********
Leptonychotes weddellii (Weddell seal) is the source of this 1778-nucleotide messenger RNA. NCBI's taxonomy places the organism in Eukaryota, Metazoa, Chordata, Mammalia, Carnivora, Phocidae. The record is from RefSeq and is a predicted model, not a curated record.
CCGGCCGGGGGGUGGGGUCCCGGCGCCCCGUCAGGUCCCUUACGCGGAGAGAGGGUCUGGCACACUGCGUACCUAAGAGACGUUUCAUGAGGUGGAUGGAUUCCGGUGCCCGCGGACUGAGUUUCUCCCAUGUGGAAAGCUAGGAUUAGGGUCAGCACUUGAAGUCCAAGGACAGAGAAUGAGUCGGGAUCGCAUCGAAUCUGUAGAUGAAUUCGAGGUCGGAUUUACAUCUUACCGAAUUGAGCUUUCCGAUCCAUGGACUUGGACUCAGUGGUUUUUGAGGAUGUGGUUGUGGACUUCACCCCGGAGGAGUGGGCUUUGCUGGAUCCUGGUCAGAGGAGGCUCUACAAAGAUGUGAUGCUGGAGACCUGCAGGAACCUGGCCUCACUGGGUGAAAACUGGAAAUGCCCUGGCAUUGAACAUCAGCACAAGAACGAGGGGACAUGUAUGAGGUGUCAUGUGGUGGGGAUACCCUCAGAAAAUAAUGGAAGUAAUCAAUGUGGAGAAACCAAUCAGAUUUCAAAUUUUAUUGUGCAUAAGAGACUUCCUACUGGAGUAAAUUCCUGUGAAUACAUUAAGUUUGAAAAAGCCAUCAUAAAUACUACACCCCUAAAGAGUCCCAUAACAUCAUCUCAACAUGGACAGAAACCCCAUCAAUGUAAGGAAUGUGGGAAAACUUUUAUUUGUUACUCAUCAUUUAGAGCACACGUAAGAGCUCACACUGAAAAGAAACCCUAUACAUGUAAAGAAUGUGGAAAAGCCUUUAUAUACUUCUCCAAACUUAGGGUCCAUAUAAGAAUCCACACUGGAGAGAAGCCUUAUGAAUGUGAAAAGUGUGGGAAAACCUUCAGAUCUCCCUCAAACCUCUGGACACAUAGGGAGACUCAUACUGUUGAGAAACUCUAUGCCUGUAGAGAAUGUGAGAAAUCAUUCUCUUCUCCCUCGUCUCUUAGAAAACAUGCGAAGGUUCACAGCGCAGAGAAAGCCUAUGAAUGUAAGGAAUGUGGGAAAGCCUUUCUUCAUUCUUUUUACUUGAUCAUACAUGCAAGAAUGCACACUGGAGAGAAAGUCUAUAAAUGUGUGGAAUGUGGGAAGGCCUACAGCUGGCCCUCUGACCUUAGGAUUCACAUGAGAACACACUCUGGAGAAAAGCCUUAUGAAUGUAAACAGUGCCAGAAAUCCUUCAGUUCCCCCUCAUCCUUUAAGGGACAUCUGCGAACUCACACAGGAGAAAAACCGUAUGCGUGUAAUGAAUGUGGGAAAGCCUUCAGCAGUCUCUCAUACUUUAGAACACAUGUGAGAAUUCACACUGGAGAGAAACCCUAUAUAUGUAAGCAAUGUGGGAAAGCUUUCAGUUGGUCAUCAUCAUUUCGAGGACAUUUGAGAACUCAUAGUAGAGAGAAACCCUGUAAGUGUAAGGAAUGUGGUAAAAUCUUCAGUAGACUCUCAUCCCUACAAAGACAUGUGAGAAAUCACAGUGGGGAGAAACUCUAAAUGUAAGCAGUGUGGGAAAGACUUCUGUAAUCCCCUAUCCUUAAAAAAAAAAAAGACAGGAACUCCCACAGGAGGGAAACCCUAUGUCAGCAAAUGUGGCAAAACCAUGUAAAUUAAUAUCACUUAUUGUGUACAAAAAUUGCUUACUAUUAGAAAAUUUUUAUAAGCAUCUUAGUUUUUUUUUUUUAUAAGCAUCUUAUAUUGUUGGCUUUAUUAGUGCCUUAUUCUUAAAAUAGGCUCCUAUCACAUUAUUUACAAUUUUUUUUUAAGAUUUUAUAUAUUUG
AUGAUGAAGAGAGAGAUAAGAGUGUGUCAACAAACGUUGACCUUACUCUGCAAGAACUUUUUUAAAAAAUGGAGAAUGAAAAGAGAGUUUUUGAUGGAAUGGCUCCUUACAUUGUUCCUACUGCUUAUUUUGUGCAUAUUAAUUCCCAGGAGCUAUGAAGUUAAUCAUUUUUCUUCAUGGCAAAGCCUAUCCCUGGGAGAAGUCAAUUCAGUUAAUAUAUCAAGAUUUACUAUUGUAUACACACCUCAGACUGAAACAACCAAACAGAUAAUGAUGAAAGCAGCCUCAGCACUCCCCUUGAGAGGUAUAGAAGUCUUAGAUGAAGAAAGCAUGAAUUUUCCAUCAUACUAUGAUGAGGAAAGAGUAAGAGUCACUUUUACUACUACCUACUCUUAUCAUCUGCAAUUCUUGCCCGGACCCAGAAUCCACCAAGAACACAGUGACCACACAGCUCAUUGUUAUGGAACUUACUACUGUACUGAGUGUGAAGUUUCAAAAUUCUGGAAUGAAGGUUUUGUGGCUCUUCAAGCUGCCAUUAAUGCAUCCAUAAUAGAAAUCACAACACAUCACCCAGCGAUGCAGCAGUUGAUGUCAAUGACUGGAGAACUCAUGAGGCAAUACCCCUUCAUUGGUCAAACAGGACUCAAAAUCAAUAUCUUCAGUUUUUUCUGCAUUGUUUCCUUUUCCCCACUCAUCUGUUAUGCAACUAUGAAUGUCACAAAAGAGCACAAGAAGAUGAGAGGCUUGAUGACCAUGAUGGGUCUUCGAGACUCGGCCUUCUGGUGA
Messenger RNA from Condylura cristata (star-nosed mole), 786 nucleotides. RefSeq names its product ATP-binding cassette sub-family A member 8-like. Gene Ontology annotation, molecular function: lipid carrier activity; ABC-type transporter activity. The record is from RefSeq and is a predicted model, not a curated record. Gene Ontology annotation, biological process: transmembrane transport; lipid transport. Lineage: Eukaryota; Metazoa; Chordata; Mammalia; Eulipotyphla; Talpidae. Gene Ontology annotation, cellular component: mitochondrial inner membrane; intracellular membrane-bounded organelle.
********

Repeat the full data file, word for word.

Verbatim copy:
Leptonychotes weddellii (Weddell seal) is the source of this 1778-nucleotide messenger RNA. NCBI's taxonomy places the organism in Eukaryota, Metazoa, Chordata, Mammalia, Carnivora, Phocidae. The record is from RefSeq and is a predicted model, not a curated record.
CCGGCCGGGGGGUGGGGUCCCGGCGCCCCGUCAGGUCCCUUACGCGGAGAGAGGGUCUGGCACACUGCGUACCUAAGAGACGUUUCAUGAGGUGGAUGGAUUCCGGUGCCCGCGGACUGAGUUUCUCCCAUGUGGAAAGCUAGGAUUAGGGUCAGCACUUGAAGUCCAAGGACAGAGAAUGAGUCGGGAUCGCAUCGAAUCUGUAGAUGAAUUCGAGGUCGGAUUUACAUCUUACCGAAUUGAGCUUUCCGAUCCAUGGACUUGGACUCAGUGGUUUUUGAGGAUGUGGUUGUGGACUUCACCCCGGAGGAGUGGGCUUUGCUGGAUCCUGGUCAGAGGAGGCUCUACAAAGAUGUGAUGCUGGAGACCUGCAGGAACCUGGCCUCACUGGGUGAAAACUGGAAAUGCCCUGGCAUUGAACAUCAGCACAAGAACGAGGGGACAUGUAUGAGGUGUCAUGUGGUGGGGAUACCCUCAGAAAAUAAUGGAAGUAAUCAAUGUGGAGAAACCAAUCAGAUUUCAAAUUUUAUUGUGCAUAAGAGACUUCCUACUGGAGUAAAUUCCUGUGAAUACAUUAAGUUUGAAAAAGCCAUCAUAAAUACUACACCCCUAAAGAGUCCCAUAACAUCAUCUCAACAUGGACAGAAACCCCAUCAAUGUAAGGAAUGUGGGAAAACUUUUAUUUGUUACUCAUCAUUUAGAGCACACGUAAGAGCUCACACUGAAAAGAAACCCUAUACAUGUAAAGAAUGUGGAAAAGCCUUUAUAUACUUCUCCAAACUUAGGGUCCAUAUAAGAAUCCACACUGGAGAGAAGCCUUAUGAAUGUGAAAAGUGUGGGAAAACCUUCAGAUCUCCCUCAAACCUCUGGACACAUAGGGAGACUCAUACUGUUGAGAAACUCUAUGCCUGUAGAGAAUGUGAGAAAUCAUUCUCUUCUCCCUCGUCUCUUAGAAAACAUGCGAAGGUUCACAGCGCAGAGAAAGCCUAUGAAUGUAAGGAAUGUGGGAAAGCCUUUCUUCAUUCUUUUUACUUGAUCAUACAUGCAAGAAUGCACACUGGAGAGAAAGUCUAUAAAUGUGUGGAAUGUGGGAAGGCCUACAGCUGGCCCUCUGACCUUAGGAUUCACAUGAGAACACACUCUGGAGAAAAGCCUUAUGAAUGUAAACAGUGCCAGAAAUCCUUCAGUUCCCCCUCAUCCUUUAAGGGACAUCUGCGAACUCACACAGGAGAAAAACCGUAUGCGUGUAAUGAAUGUGGGAAAGCCUUCAGCAGUCUCUCAUACUUUAGAACACAUGUGAGAAUUCACACUGGAGAGAAACCCUAUAUAUGUAAGCAAUGUGGGAAAGCUUUCAGUUGGUCAUCAUCAUUUCGAGGACAUUUGAGAACUCAUAGUAGAGAGAAACCCUGUAAGUGUAAGGAAUGUGGUAAAAUCUUCAGUAGACUCUCAUCCCUACAAAGACAUGUGAGAAAUCACAGUGGGGAGAAACUCUAAAUGUAAGCAGUGUGGGAAAGACUUCUGUAAUCCCCUAUCCUUAAAAAAAAAAAAGACAGGAACUCCCACAGGAGGGAAACCCUAUGUCAGCAAAUGUGGCAAAACCAUGUAAAUUAAUAUCACUUAUUGUGUACAAAAAUUGCUUACUAUUAGAAAAUUUUUAUAAGCAUCUUAGUUUUUUUUUUUUAUAAGCAUCUUAUAUUGUUGGCUUUAUUAGUGCCUUAUUCUUAAAAUAGGCUCCUAUCACAUUAUUUACAAUUUUUUUUUAAGAUUUUAUAUAUUUG
AUGAUGAAGAGAGAGAUAAGAGUGUGUCAACAAACGUUGACCUUACUCUGCAAGAACUUUUUUAAAAAAUGGAGAAUGAAAAGAGAGUUUUUGAUGGAAUGGCUCCUUACAUUGUUCCUACUGCUUAUUUUGUGCAUAUUAAUUCCCAGGAGCUAUGAAGUUAAUCAUUUUUCUUCAUGGCAAAGCCUAUCCCUGGGAGAAGUCAAUUCAGUUAAUAUAUCAAGAUUUACUAUUGUAUACACACCUCAGACUGAAACAACCAAACAGAUAAUGAUGAAAGCAGCCUCAGCACUCCCCUUGAGAGGUAUAGAAGUCUUAGAUGAAGAAAGCAUGAAUUUUCCAUCAUACUAUGAUGAGGAAAGAGUAAGAGUCACUUUUACUACUACCUACUCUUAUCAUCUGCAAUUCUUGCCCGGACCCAGAAUCCACCAAGAACACAGUGACCACACAGCUCAUUGUUAUGGAACUUACUACUGUACUGAGUGUGAAGUUUCAAAAUUCUGGAAUGAAGGUUUUGUGGCUCUUCAAGCUGCCAUUAAUGCAUCCAUAAUAGAAAUCACAACACAUCACCCAGCGAUGCAGCAGUUGAUGUCAAUGACUGGAGAACUCAUGAGGCAAUACCCCUUCAUUGGUCAAACAGGACUCAAAAUCAAUAUCUUCAGUUUUUUCUGCAUUGUUUCCUUUUCCCCACUCAUCUGUUAUGCAACUAUGAAUGUCACAAAAGAGCACAAGAAGAUGAGAGGCUUGAUGACCAUGAUGGGUCUUCGAGACUCGGCCUUCUGGUGA
Messenger RNA from Condylura cristata (star-nosed mole), 786 nucleotides. RefSeq names its product ATP-binding cassette sub-family A member 8-like. Gene Ontology annotation, molecular function: lipid carrier activity; ABC-type transporter activity. The record is from RefSeq and is a predicted model, not a curated record. Gene Ontology annotation, biological process: transmembrane transport; lipid transport. Lineage: Eukaryota; Metazoa; Chordata; Mammalia; Eulipotyphla; Talpidae. Gene Ontology annotation, cellular component: mitochondrial inner membrane; intracellular membrane-bounded organelle.